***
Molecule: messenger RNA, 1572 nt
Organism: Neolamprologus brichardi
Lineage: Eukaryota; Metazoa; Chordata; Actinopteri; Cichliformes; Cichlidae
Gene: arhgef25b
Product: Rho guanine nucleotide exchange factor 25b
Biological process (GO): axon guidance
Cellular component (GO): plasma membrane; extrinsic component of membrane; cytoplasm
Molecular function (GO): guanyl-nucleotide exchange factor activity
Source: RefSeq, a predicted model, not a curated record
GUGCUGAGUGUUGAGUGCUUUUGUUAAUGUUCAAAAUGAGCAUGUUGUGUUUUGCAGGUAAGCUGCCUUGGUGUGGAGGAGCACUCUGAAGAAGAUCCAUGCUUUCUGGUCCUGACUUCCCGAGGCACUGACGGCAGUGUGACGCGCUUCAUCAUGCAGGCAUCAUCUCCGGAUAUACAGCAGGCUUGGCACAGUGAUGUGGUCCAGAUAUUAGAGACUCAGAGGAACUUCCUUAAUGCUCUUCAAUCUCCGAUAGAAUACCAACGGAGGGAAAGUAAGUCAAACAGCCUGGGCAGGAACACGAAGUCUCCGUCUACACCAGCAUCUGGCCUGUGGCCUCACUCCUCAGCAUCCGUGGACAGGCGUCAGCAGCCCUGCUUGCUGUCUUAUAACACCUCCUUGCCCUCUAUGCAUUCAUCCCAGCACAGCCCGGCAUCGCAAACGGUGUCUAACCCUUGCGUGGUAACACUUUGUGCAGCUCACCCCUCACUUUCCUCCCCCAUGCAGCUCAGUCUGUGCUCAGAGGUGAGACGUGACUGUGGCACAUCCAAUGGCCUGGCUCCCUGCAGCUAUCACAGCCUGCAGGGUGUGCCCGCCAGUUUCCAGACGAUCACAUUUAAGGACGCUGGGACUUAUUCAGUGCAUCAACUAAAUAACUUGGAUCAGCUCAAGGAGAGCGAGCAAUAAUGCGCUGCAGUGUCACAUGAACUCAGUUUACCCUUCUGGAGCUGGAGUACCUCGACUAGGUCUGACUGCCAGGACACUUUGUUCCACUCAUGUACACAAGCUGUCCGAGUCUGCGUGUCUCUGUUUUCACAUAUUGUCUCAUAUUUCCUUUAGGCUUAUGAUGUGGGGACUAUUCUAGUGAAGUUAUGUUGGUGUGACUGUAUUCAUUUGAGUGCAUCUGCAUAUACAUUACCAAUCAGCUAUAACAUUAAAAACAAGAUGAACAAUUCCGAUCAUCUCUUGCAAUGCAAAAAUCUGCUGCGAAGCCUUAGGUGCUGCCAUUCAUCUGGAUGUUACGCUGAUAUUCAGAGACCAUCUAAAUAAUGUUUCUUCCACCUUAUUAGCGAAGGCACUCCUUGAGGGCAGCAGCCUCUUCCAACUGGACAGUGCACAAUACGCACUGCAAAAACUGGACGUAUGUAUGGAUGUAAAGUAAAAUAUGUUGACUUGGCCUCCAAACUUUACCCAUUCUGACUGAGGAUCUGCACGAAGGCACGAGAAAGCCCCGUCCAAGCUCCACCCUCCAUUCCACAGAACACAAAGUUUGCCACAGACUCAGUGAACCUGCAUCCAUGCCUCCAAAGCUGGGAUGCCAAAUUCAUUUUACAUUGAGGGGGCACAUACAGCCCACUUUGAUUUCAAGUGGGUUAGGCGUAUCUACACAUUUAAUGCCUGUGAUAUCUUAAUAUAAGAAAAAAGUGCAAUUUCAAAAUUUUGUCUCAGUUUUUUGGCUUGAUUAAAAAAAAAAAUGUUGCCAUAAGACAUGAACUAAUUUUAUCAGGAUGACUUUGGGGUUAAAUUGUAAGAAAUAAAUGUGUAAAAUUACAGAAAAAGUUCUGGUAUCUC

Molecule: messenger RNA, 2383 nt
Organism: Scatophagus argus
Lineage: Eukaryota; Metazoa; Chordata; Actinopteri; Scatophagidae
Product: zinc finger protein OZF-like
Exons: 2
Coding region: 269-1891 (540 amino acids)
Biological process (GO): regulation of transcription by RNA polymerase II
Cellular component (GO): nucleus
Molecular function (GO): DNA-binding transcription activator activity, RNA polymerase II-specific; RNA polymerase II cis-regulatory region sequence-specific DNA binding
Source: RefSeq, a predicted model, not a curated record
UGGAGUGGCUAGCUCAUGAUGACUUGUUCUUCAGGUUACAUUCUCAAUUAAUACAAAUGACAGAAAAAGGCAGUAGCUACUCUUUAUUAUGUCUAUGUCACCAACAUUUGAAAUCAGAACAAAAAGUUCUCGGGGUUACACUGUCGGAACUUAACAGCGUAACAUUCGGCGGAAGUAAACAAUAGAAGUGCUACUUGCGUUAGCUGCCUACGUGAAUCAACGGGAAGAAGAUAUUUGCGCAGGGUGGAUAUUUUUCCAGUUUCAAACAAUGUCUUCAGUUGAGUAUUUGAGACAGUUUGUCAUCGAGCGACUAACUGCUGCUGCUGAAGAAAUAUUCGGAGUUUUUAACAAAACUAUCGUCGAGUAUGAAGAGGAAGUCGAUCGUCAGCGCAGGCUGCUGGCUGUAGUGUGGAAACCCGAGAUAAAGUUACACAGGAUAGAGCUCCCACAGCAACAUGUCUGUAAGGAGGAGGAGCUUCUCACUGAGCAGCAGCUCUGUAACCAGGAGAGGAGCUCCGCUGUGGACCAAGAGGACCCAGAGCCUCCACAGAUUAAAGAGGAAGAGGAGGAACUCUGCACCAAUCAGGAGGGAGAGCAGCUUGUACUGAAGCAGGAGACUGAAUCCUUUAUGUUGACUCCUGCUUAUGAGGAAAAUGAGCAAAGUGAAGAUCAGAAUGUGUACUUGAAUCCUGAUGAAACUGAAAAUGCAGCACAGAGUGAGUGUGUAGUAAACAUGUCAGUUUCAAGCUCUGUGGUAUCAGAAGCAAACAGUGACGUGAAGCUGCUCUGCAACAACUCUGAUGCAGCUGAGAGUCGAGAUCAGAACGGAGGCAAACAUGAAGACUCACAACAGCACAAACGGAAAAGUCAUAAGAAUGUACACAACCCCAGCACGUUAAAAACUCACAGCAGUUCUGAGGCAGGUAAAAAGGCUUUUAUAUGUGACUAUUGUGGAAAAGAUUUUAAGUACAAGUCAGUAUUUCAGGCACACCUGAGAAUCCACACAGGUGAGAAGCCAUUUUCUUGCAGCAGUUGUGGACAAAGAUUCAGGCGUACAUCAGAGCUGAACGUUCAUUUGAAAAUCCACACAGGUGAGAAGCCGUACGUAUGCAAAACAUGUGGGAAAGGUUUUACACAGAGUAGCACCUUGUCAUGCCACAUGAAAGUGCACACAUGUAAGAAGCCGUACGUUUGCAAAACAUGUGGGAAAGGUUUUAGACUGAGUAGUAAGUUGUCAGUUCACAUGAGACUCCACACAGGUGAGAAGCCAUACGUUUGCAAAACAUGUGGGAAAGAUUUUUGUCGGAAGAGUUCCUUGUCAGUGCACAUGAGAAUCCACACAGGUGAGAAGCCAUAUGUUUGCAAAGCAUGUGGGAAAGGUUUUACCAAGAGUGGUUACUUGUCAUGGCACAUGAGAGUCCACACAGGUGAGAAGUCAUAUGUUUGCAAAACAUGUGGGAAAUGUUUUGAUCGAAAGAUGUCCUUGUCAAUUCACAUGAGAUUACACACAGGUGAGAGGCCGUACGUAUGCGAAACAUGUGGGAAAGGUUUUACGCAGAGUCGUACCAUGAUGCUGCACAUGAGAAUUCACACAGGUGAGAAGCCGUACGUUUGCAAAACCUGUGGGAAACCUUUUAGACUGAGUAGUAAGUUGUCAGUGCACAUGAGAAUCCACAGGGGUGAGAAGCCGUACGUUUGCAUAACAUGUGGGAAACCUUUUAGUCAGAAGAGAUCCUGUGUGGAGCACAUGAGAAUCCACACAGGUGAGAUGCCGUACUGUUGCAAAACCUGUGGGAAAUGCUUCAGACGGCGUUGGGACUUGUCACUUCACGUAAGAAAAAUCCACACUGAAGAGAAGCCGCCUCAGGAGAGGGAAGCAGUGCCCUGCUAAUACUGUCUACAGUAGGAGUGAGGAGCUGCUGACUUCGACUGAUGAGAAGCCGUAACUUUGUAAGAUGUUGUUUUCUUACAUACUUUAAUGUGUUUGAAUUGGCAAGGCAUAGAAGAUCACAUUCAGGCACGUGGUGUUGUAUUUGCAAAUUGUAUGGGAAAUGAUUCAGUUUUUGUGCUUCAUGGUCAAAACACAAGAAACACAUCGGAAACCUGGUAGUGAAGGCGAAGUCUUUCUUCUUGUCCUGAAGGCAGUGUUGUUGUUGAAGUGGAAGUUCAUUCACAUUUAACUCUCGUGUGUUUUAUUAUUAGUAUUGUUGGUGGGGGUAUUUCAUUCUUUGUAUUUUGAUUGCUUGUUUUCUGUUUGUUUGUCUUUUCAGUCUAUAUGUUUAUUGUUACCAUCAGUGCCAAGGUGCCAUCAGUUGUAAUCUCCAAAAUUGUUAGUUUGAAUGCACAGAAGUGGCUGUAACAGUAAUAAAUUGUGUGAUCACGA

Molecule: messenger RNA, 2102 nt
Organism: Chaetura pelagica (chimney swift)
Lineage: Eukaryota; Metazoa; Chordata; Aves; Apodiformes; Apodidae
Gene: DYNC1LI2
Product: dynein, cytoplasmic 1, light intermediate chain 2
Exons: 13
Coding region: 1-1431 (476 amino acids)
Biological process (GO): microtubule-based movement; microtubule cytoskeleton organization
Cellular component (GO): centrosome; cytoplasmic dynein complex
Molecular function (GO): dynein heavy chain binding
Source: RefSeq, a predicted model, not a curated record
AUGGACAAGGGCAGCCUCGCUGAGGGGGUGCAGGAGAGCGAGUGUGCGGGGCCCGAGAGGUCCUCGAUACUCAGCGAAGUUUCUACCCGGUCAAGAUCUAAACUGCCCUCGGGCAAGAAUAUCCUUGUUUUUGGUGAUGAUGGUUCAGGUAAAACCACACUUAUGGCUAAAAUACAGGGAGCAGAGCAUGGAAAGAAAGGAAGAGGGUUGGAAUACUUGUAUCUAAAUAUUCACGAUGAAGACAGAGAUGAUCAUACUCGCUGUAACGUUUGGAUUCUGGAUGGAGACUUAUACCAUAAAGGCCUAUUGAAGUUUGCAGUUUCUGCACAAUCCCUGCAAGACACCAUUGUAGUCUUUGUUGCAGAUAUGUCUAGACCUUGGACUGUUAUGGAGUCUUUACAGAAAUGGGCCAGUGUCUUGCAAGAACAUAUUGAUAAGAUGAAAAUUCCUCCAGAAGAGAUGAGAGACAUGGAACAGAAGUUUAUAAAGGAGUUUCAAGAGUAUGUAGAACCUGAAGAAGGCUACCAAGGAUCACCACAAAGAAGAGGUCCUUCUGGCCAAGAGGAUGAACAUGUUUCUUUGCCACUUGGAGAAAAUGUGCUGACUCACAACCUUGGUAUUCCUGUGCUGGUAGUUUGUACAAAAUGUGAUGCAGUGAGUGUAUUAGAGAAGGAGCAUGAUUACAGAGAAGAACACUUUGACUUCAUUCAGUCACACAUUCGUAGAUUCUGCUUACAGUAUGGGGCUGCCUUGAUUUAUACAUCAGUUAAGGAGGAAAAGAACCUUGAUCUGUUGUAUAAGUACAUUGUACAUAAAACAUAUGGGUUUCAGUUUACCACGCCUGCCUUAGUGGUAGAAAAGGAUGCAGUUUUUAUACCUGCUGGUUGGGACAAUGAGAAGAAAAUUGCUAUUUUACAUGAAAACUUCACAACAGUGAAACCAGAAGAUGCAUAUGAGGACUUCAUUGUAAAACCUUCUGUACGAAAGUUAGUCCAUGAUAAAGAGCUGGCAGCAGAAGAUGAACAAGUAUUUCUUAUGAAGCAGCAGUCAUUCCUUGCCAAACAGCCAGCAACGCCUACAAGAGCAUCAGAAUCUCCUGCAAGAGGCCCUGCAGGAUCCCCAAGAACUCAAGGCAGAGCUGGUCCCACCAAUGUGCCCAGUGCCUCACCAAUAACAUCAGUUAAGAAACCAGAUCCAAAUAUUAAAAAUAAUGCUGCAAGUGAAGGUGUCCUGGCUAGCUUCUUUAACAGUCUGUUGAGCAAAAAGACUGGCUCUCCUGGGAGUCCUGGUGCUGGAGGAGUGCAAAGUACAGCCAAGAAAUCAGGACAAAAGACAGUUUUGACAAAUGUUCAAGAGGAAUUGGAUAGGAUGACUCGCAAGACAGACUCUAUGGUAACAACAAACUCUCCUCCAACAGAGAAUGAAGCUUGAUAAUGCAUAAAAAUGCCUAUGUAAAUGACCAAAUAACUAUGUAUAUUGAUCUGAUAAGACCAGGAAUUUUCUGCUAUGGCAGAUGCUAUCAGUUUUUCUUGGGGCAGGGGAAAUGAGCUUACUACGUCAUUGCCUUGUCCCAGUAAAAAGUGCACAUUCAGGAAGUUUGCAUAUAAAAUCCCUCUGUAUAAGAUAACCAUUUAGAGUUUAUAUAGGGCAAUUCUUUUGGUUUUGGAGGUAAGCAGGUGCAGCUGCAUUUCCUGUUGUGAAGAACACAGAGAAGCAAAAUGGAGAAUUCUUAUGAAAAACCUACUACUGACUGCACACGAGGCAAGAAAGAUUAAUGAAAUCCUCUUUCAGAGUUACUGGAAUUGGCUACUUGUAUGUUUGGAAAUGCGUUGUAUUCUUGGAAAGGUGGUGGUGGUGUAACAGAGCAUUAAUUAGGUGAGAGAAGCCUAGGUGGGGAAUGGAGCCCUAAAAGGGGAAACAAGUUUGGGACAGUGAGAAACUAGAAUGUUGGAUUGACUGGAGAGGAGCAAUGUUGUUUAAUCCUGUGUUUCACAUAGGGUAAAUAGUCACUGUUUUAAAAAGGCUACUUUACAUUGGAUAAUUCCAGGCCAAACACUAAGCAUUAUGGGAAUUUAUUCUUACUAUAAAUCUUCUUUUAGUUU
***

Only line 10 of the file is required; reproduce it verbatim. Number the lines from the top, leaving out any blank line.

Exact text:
GUGCUGAGUGUUGAGUGCUUUUGUUAAUGUUCAAAAUGAGCAUGUUGUGUUUUGCAGGUAAGCUGCCUUGGUGUGGAGGAGCACUCUGAAGAAGAUCCAUGCUUUCUGGUCCUGACUUCCCGAGGCACUGACGGCAGUGUGACGCGCUUCAUCAUGCAGGCAUCAUCUCCGGAUAUACAGCAGGCUUGGCACAGUGAUGUGGUCCAGAUAUUAGAGACUCAGAGGAACUUCCUUAAUGCUCUUCAAUCUCCGAUAGAAUACCAACGGAGGGAAAGUAAGUCAAACAGCCUGGGCAGGAACACGAAGUCUCCGUCUACACCAGCAUCUGGCCUGUGGCCUCACUCCUCAGCAUCCGUGGACAGGCGUCAGCAGCCCUGCUUGCUGUCUUAUAACACCUCCUUGCCCUCUAUGCAUUCAUCCCAGCACAGCCCGGCAUCGCAAACGGUGUCUAACCCUUGCGUGGUAACACUUUGUGCAGCUCACCCCUCACUUUCCUCCCCCAUGCAGCUCAGUCUGUGCUCAGAGGUGAGACGUGACUGUGGCACAUCCAAUGGCCUGGCUCCCUGCAGCUAUCACAGCCUGCAGGGUGUGCCCGCCAGUUUCCAGACGAUCACAUUUAAGGACGCUGGGACUUAUUCAGUGCAUCAACUAAAUAACUUGGAUCAGCUCAAGGAGAGCGAGCAAUAAUGCGCUGCAGUGUCACAUGAACUCAGUUUACCCUUCUGGAGCUGGAGUACCUCGACUAGGUCUGACUGCCAGGACACUUUGUUCCACUCAUGUACACAAGCUGUCCGAGUCUGCGUGUCUCUGUUUUCACAUAUUGUCUCAUAUUUCCUUUAGGCUUAUGAUGUGGGGACUAUUCUAGUGAAGUUAUGUUGGUGUGACUGUAUUCAUUUGAGUGCAUCUGCAUAUACAUUACCAAUCAGCUAUAACAUUAAAAACAAGAUGAACAAUUCCGAUCAUCUCUUGCAAUGCAAAAAUCUGCUGCGAAGCCUUAGGUGCUGCCAUUCAUCUGGAUGUUACGCUGAUAUUCAGAGACCAUCUAAAUAAUGUUUCUUCCACCUUAUUAGCGAAGGCACUCCUUGAGGGCAGCAGCCUCUUCCAACUGGACAGUGCACAAUACGCACUGCAAAAACUGGACGUAUGUAUGGAUGUAAAGUAAAAUAUGUUGACUUGGCCUCCAAACUUUACCCAUUCUGACUGAGGAUCUGCACGAAGGCACGAGAAAGCCCCGUCCAAGCUCCACCCUCCAUUCCACAGAACACAAAGUUUGCCACAGACUCAGUGAACCUGCAUCCAUGCCUCCAAAGCUGGGAUGCCAAAUUCAUUUUACAUUGAGGGGGCACAUACAGCCCACUUUGAUUUCAAGUGGGUUAGGCGUAUCUACACAUUUAAUGCCUGUGAUAUCUUAAUAUAAGAAAAAAGUGCAAUUUCAAAAUUUUGUCUCAGUUUUUUGGCUUGAUUAAAAAAAAAAAUGUUGCCAUAAGACAUGAACUAAUUUUAUCAGGAUGACUUUGGGGUUAAAUUGUAAGAAAUAAAUGUGUAAAAUUACAGAAAAAGUUCUGGUAUCUC